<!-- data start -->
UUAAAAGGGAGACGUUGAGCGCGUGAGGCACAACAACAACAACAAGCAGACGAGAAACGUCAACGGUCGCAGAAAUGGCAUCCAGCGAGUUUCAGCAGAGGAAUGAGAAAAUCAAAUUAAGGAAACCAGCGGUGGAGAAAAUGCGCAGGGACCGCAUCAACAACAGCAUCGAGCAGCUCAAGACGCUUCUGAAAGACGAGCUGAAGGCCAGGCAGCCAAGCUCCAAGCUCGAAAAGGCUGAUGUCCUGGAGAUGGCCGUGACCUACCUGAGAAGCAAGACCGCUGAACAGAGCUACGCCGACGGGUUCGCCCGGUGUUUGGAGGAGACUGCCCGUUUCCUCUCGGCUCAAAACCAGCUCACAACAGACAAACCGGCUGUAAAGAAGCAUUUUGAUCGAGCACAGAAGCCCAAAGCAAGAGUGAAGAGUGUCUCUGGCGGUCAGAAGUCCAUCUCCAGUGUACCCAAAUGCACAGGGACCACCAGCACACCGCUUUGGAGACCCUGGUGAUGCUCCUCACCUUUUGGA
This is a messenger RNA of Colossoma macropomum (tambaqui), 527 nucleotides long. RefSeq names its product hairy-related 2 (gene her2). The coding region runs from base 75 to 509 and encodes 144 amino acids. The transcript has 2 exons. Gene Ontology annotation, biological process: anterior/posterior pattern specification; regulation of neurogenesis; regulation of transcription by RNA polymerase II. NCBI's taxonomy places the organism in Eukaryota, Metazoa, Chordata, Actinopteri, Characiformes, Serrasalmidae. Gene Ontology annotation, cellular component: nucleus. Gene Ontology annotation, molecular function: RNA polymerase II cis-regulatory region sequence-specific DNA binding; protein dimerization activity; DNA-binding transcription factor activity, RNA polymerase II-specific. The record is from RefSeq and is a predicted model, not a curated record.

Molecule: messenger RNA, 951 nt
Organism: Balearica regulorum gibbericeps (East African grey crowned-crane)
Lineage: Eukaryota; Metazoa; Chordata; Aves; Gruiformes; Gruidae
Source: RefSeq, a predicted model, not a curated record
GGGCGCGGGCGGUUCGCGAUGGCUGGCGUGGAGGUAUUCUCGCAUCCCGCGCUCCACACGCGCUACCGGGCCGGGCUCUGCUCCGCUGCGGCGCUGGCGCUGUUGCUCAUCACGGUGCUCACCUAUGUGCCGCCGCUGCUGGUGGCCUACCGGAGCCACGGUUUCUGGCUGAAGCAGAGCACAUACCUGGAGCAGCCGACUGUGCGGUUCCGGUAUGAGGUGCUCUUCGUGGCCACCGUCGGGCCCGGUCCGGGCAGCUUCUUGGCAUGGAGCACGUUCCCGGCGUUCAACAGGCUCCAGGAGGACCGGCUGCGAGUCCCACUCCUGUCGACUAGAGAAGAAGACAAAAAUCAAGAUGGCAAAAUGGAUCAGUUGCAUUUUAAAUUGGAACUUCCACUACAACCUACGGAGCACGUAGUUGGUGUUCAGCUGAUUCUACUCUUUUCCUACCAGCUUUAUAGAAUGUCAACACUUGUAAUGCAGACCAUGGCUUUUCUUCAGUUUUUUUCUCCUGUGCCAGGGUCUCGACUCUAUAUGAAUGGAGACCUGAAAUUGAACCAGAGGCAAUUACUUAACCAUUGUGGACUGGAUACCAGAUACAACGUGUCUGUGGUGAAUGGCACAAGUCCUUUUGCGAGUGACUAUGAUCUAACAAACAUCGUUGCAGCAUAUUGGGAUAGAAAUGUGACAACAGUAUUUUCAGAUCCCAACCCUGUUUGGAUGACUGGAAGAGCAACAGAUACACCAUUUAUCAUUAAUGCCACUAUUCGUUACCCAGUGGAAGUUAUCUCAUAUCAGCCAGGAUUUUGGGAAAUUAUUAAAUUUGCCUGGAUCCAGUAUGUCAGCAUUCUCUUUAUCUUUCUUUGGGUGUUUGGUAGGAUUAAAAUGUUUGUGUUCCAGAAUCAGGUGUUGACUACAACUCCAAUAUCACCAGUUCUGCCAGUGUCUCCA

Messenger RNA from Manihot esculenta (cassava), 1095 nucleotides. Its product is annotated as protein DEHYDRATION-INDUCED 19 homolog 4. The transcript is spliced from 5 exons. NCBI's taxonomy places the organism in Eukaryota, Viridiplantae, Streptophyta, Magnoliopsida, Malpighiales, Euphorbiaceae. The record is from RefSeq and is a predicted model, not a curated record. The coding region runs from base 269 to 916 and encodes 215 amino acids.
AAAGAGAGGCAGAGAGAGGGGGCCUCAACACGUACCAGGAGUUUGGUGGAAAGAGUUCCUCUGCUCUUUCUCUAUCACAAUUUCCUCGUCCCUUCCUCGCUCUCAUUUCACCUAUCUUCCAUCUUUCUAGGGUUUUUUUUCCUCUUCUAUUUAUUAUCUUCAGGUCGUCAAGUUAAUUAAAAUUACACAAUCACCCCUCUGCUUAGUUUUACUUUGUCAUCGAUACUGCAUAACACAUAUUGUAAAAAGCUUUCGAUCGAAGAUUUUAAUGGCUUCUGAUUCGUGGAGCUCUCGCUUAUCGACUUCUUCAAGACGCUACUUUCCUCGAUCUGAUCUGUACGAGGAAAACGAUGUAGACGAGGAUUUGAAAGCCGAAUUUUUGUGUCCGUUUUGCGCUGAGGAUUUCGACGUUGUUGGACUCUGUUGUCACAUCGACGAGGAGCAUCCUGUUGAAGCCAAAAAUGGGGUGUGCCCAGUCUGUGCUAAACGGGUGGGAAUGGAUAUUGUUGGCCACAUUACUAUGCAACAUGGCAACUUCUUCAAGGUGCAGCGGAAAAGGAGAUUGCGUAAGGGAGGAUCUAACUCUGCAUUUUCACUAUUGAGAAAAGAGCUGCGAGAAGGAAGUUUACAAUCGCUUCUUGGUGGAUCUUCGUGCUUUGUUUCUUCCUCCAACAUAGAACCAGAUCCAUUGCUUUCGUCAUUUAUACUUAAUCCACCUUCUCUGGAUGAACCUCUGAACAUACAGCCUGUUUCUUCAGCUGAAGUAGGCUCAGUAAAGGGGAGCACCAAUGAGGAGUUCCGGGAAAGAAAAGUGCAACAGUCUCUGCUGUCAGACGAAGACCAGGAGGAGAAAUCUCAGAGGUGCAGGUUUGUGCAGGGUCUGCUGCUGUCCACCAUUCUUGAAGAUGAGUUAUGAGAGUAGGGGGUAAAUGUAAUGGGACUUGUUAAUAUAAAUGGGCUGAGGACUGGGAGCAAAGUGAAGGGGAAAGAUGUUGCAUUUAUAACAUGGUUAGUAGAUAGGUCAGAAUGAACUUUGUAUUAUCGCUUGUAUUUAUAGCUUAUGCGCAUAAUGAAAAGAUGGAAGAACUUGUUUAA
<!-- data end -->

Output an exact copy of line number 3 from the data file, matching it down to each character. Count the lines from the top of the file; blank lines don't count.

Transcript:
Molecule: messenger RNA, 951 nt